He thought and said “oh, I don’t know that it would be such a problem.”
Me: “OK, let’s say someone poses you that question. Would you tell them you practice an oriental form of sword-fighting?”
He, whiter than the wall behind him: “how do you know???”
Me: “Think about it. I know that (pointing to his sheathed and denim-hidden sinai) is a practice bamboo sword because I have used one. Do your coworkers know you’re into martial arts, though?”
He: “Nnnnoooo… heck, when someone asks I tell them it’s a fishing pole.”

Actually, unless things have changed, this is/was an illegal question. One was not allowed to ask about family/marital status.

Recently I applied for a job in which I had to take a written personality test. I find these tests really lame since it’s usually very easy to tell what kind of answers they are looking for. The questions were statements that you had to answer as “strongly agree”, “agree,” “neutral” and so forth.

One of the questions left me scratching my head:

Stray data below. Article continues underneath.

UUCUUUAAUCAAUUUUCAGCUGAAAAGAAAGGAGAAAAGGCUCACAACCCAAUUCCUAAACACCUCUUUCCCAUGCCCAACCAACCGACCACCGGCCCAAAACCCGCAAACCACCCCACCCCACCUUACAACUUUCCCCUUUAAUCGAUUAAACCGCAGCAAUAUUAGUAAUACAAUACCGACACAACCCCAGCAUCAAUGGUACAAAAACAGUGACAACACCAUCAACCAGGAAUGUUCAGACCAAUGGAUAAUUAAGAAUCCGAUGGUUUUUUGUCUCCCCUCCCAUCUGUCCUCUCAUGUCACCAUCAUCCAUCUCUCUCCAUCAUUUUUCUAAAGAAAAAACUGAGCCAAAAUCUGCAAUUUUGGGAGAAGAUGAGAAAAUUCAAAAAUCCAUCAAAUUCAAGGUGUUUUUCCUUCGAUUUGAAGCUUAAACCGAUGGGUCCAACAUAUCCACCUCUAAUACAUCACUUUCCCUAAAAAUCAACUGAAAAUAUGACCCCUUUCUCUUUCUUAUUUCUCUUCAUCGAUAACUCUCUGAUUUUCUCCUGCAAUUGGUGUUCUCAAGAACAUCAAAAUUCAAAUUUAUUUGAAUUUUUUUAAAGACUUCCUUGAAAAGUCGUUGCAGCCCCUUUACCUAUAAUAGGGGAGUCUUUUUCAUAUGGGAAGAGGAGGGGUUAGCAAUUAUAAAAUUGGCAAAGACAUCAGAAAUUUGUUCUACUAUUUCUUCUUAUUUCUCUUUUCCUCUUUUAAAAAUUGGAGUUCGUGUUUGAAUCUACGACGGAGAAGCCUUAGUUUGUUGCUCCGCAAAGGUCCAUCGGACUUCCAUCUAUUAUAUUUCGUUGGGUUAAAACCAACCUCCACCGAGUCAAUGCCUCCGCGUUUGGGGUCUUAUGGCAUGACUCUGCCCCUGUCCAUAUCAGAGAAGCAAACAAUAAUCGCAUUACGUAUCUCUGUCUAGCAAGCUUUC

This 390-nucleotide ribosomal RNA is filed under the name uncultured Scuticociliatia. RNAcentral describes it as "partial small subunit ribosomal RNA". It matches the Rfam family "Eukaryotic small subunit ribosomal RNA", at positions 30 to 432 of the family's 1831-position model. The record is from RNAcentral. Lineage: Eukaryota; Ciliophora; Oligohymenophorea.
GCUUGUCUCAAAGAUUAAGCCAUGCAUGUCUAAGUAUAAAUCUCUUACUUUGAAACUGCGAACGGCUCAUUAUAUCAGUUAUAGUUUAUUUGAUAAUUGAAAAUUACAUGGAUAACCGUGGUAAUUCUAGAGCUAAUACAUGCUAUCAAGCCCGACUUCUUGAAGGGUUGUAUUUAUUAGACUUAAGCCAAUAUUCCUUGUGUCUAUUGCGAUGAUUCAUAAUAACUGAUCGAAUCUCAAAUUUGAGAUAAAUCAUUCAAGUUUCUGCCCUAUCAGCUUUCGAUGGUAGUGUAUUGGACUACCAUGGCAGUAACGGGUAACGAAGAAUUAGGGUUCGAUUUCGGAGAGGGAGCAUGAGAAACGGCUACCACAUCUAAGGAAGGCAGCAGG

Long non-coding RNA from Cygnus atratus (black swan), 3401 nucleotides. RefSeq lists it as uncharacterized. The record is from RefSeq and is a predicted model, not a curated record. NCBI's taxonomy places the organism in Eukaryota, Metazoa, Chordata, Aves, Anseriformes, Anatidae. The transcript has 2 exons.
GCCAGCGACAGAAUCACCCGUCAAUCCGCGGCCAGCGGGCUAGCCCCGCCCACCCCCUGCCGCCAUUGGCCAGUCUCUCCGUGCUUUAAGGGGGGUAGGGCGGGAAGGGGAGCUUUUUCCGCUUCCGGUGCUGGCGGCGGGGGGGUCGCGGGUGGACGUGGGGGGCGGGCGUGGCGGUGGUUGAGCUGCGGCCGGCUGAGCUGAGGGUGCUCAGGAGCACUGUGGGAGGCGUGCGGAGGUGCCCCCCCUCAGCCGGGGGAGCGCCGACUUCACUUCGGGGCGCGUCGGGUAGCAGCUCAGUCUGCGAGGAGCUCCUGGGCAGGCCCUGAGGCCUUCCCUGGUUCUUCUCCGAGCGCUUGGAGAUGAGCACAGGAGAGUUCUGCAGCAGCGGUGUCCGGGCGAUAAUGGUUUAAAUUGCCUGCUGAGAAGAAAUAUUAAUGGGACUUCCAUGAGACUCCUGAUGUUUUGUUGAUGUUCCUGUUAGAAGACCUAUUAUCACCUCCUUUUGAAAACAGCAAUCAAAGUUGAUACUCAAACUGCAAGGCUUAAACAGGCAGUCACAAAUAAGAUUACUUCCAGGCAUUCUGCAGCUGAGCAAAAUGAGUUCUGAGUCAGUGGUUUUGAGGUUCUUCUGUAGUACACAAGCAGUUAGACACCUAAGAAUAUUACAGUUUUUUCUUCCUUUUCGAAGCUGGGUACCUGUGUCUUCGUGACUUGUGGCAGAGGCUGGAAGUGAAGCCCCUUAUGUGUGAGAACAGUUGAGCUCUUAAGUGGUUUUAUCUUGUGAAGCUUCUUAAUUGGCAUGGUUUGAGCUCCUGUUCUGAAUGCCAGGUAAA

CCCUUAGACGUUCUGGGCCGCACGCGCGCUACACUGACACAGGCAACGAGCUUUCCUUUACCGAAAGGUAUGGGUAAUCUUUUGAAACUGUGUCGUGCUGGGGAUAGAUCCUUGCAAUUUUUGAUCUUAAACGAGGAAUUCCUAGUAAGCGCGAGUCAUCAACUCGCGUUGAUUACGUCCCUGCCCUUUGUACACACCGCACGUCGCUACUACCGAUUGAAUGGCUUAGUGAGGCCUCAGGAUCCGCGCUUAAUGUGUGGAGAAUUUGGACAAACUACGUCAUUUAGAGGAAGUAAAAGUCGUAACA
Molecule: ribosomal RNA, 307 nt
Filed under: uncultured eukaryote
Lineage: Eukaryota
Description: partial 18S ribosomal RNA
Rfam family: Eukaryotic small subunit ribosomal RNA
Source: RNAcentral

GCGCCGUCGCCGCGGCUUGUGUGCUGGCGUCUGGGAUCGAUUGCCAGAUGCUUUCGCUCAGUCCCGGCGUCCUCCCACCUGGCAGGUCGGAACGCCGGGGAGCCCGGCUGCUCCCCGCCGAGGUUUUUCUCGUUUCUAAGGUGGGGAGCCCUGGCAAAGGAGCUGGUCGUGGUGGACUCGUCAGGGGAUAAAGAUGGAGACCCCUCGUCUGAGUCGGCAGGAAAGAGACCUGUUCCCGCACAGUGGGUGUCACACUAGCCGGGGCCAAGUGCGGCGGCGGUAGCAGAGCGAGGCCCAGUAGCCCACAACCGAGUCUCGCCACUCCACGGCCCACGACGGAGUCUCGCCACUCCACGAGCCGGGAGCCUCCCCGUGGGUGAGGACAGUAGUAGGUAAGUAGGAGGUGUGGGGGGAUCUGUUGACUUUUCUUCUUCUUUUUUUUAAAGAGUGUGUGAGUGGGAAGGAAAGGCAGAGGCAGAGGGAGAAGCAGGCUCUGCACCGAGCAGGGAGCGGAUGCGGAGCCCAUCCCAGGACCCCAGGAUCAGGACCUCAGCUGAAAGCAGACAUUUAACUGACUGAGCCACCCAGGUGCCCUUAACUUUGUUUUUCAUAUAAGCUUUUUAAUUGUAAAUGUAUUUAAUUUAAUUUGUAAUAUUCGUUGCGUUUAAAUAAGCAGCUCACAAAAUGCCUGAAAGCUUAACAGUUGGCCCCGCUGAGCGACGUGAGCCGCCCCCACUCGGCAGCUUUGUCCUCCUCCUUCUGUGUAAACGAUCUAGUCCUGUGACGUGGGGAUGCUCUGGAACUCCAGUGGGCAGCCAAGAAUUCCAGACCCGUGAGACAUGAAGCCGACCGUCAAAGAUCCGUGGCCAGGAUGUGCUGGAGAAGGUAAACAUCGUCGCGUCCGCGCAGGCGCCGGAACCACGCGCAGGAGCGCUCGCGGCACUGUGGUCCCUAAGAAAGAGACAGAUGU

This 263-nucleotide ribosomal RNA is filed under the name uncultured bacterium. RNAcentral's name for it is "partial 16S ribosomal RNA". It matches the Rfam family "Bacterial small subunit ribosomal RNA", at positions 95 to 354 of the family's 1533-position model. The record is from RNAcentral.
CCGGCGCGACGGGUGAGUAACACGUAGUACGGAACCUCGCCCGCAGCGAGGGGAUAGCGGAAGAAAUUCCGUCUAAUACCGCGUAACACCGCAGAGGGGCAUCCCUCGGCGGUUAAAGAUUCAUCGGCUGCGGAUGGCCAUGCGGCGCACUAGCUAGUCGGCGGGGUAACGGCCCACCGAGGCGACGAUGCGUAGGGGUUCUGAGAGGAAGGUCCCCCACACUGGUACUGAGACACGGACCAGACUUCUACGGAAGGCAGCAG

I believe we should look to our religious leaders for moral guidance.”

Now, I grew up Catholic but don’t consider myself religious anymore, and certainly don’t look to church leaders for guidance on how to live a moral life. I really don’t know what the company was looking for there, but I found the question extremely bizarre and most likely illegal.

I’ve always thought that was the interviewer’s way of finding out if you’re an active, go-getter type of person. They’re looking for answers like training for a triathlon as opposed to, “I like to read and go to the opera.”

Of course, you can’t ask the question in the United States. But, you can look up the applicant’s address on Google Earth.
5 bedroom house in the suburbs? Highly likely to have kids
1 bedroom condo in the city’s arts district. Not likely to have kids.